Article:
Lori Myren Manbeck has always loved the environment but, in 2017, the Edina resident decided she could do more to protect the planet.
“I felt like we weren’t taking the steps that we needed to take to protect the Earth...I started feeling like time is sort of running out for us,” she said.
To increase her environmental efforts, Manbeck, who works full-time as a geriatric psychologist at the Associated Clinic of Pyschology, founded a sustainable t-shirt company, Inclusivi-tee.
Manbeck also wrote an e-book, “You Can Save the World, In Fact You’re the Only One Who Can”, and is raising funds on Kickstarter through Jan. 6, 2023, to print the book.
The book is designed to make sustainability approachable and tackles everyday switches people can make to decrease their carbon footprint.
For those wanting to start making sustainable changes in 2023, Manbeck recommends starting small, such as switching your liquid laundry detergent to laundry detergent sheets.
The sheets, which resemble dryer sheets, have laundry detergent in them and dissolve in the washer. They also usually come in recyclable cardboard containers, eliminating the need for a large plastic bottle for liquid detergent.
“You also don’t need to use laundry soap every time you wash your clothes because some of the soap stays in the fibers,” Manbeck said.
Manbeck also suggests not washing your clothes as frequently.
“If your clothes don’t really smell, you don’t have to wash your clothes every time you wear them,” she said. “If there’s stains you can spot-clean them. … It also helps the clothes last longer.”
Manbeck also suggests switching from dryer sheets to wool dryer balls. “They’re reusable over and over and over again and there’s no chemicals in them whereas dryer sheets are full of chemicals,” she said.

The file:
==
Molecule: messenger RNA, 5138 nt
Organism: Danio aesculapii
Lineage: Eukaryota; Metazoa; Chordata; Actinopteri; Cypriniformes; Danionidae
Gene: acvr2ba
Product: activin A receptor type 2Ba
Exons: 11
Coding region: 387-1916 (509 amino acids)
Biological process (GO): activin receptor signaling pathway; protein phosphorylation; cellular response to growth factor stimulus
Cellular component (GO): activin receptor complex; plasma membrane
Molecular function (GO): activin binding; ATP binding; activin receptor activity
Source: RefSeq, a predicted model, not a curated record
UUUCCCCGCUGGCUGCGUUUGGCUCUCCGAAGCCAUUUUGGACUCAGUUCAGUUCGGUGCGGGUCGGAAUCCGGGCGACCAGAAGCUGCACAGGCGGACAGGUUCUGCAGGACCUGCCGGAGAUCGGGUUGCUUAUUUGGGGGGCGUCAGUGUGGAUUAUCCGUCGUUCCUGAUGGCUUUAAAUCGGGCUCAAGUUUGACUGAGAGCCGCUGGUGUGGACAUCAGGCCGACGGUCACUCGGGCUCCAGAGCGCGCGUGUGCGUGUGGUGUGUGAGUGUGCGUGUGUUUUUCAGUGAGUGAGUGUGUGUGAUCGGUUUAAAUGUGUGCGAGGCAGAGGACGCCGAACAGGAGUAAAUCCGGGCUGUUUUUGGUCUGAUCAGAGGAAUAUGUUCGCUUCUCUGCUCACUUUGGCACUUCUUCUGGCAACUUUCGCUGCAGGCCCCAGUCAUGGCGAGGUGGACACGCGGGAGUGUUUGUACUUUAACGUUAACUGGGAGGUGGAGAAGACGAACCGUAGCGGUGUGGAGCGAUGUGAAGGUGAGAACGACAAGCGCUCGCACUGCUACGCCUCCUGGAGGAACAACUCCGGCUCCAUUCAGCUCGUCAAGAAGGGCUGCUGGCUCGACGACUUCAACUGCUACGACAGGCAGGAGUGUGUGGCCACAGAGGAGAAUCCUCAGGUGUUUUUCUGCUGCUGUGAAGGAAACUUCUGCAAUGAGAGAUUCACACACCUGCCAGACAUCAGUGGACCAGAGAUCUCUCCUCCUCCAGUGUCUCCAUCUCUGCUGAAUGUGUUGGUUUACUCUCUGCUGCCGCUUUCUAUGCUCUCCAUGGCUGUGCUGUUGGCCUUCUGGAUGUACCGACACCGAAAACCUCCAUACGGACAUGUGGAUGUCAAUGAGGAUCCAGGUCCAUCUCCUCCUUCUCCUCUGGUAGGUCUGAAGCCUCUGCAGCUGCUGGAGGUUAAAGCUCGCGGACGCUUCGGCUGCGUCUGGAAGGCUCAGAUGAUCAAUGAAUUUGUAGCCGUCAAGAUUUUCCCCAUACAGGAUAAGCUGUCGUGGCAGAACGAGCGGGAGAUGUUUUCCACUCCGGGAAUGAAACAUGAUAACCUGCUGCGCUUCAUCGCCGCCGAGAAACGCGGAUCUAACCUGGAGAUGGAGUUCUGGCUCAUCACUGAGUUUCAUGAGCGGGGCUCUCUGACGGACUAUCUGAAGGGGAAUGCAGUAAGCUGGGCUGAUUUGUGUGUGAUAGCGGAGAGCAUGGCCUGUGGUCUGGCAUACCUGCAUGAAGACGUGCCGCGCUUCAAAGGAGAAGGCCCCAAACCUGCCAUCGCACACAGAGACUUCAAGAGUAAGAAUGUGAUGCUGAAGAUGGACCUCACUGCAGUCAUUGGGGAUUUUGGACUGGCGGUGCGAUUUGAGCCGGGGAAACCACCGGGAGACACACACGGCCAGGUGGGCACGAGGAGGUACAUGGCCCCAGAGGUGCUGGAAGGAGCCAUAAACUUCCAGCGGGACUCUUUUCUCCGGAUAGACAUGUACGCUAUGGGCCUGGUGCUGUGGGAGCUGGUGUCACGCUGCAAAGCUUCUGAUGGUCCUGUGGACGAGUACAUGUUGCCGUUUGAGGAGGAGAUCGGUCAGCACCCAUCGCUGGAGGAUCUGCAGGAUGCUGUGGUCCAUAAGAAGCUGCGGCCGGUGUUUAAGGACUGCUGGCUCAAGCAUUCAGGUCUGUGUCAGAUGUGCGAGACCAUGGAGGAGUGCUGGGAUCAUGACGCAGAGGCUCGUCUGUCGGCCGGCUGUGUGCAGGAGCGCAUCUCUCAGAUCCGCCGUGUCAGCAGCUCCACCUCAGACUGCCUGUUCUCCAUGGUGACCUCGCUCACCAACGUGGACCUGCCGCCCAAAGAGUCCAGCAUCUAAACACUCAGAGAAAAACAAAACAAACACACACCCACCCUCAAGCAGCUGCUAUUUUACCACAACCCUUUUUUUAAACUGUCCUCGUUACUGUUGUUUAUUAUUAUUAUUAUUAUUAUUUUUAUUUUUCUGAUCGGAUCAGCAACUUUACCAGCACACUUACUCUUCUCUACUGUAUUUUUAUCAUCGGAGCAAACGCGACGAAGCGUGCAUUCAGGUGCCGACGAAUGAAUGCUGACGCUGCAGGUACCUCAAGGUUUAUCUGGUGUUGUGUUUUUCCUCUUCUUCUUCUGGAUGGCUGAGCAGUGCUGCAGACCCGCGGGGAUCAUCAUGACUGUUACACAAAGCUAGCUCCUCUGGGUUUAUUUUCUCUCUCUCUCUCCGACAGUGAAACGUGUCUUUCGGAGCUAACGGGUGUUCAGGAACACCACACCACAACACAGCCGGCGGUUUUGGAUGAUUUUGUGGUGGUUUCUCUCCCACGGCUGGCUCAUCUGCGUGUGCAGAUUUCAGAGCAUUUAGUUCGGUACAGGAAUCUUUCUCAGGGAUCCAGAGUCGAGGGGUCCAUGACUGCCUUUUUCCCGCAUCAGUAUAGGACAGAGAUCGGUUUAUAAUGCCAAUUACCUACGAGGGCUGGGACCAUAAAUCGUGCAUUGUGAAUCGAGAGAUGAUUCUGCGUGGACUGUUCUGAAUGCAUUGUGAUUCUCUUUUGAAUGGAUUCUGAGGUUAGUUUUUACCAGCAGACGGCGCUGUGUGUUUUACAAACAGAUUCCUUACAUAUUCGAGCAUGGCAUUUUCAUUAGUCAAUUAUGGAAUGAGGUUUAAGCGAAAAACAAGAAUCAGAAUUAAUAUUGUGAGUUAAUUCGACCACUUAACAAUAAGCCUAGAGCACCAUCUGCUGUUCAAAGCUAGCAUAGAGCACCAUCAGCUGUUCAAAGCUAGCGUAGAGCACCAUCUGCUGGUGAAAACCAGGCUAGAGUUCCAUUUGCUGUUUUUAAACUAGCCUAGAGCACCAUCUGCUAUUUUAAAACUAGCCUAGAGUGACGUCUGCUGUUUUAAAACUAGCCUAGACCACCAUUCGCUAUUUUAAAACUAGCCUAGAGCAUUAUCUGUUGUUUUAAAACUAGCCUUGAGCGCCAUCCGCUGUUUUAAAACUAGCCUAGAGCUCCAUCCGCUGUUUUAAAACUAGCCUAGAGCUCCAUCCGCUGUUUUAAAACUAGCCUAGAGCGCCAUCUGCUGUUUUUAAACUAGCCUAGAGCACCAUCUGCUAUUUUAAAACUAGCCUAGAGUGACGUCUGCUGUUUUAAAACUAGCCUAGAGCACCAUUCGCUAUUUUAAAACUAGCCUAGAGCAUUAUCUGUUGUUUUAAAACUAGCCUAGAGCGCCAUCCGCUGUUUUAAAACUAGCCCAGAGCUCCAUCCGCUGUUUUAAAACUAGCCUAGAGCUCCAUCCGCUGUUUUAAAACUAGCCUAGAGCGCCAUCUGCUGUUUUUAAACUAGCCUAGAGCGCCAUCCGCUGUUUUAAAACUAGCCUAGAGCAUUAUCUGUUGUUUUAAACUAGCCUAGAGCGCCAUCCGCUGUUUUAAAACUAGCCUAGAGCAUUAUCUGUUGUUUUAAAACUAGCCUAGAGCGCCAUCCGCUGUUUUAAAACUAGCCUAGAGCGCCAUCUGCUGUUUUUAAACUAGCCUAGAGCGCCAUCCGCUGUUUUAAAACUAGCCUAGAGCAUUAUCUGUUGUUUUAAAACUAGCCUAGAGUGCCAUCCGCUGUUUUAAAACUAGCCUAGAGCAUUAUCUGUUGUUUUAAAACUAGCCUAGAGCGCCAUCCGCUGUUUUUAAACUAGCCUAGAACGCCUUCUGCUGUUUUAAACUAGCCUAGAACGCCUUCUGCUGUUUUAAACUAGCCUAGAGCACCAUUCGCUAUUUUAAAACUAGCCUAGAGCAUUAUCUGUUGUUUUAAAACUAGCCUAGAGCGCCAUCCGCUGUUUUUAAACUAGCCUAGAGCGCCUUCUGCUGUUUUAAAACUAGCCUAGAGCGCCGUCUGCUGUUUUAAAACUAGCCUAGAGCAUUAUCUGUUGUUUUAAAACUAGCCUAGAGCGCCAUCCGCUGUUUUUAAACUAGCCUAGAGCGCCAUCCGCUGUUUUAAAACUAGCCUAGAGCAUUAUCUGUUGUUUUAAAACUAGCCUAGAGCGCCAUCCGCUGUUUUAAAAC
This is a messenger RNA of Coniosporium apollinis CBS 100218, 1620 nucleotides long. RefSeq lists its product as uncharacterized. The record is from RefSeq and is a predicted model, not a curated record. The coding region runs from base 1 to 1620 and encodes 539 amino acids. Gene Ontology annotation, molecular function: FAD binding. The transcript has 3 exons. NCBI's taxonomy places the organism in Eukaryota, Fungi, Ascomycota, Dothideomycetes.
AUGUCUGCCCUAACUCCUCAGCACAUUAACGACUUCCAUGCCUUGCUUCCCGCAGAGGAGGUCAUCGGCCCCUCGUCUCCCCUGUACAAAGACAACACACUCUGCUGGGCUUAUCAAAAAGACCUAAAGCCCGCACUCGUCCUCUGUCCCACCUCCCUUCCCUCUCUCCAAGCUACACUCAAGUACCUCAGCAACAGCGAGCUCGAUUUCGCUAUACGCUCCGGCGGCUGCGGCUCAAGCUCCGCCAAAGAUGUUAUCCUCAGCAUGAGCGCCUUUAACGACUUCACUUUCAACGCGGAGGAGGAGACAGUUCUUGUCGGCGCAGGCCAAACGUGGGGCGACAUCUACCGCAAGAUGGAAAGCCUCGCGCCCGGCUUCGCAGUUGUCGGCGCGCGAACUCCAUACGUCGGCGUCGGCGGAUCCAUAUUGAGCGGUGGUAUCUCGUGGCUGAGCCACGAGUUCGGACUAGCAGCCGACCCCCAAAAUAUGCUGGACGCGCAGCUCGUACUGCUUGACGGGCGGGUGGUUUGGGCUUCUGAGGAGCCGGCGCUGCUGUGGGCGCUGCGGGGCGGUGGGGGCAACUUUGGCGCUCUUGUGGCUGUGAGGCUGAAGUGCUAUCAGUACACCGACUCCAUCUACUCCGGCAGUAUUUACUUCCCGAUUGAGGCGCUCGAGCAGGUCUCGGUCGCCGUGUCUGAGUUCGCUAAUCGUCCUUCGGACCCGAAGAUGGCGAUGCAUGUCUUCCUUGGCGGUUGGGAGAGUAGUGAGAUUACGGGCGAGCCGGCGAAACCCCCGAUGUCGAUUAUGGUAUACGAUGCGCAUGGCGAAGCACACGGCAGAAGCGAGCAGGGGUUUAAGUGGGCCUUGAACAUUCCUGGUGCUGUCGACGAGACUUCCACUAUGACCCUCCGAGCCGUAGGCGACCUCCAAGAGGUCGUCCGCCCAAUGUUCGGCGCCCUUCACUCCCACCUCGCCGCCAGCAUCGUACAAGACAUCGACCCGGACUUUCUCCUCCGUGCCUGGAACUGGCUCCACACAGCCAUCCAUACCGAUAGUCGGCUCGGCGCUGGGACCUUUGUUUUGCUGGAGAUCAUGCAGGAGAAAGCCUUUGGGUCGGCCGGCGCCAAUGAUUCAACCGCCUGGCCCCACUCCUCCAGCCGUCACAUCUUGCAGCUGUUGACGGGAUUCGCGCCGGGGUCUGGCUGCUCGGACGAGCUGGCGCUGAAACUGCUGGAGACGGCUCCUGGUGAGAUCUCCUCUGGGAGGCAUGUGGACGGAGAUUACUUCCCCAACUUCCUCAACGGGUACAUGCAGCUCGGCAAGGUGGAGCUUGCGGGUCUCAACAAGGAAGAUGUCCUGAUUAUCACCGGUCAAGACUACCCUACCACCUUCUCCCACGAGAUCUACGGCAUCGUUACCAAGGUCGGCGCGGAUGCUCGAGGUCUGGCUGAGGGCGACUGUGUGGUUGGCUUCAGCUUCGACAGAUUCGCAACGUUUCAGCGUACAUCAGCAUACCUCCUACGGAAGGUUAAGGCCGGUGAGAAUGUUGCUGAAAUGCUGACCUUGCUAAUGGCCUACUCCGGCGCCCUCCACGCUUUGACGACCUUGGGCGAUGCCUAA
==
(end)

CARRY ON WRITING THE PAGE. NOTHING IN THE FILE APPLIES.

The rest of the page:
She also recommends traveling eco-consciously and using “your glasses of sustainability before you look at anything.”
For example, when planning a trip, try getting a direct flight rather than one with a layover because every time a plane takes off and lands, more pollutants are put into the air. Also look for an airline that helps offset its carbon footprint.
Among the simplest changes, Manbeck recommends turning your thermostat down by a couple of degrees or taking shorter showers.
“It actually makes a difference,” Manbeck said. “These are good things you can do for your immediate environment just by making these little changes.”
Manbeck acknowledges that large corporations must make changes in order to combat climate change but she emphasizes the need for people to demand these changes from companies through their purchases.
“What’s really important for people to understand in the new year is as you’re buying things, the more you buy, recyclable or recycled, the more you buy eco-friendly things, the more companies are going to produce them and the cheaper they’re going to become,” Manbeck said.
The hardest part is getting started but once you do, it’s easy to continue to make small changes, she observed.
“What I found is that the more I do little things to change, the more I want to do things to change and the more I want to tell my friends about it and the more I think about legislation that might impact it, the more I pay attention to the companies that I support. So I think it’s all about mindset and focus,” Manbeck said.
Another tip from Manbeck includes trying to buy ingredients from local merchants, such as farmers’ markets, rather than grocery stores where ingredients have to be shipped from around the world, contributing to air pollution. She also recommends dining at restaurants that source their ingredients locally.
“The closer we can get things to where we live, the better,” she said.
Lastly, Manbeck said the most important thing people can do is start having conversations about the environment and sustainability with their friends, family, children and community members.
“The kind of grassroots movement where all of us are having conversations and we’re having them with our children over the dinner table and we’re excitedly talking about all the ways that we can change things, I think that’s a powerful, powerful thing to do,” Manbeck said. “We can change the tide.”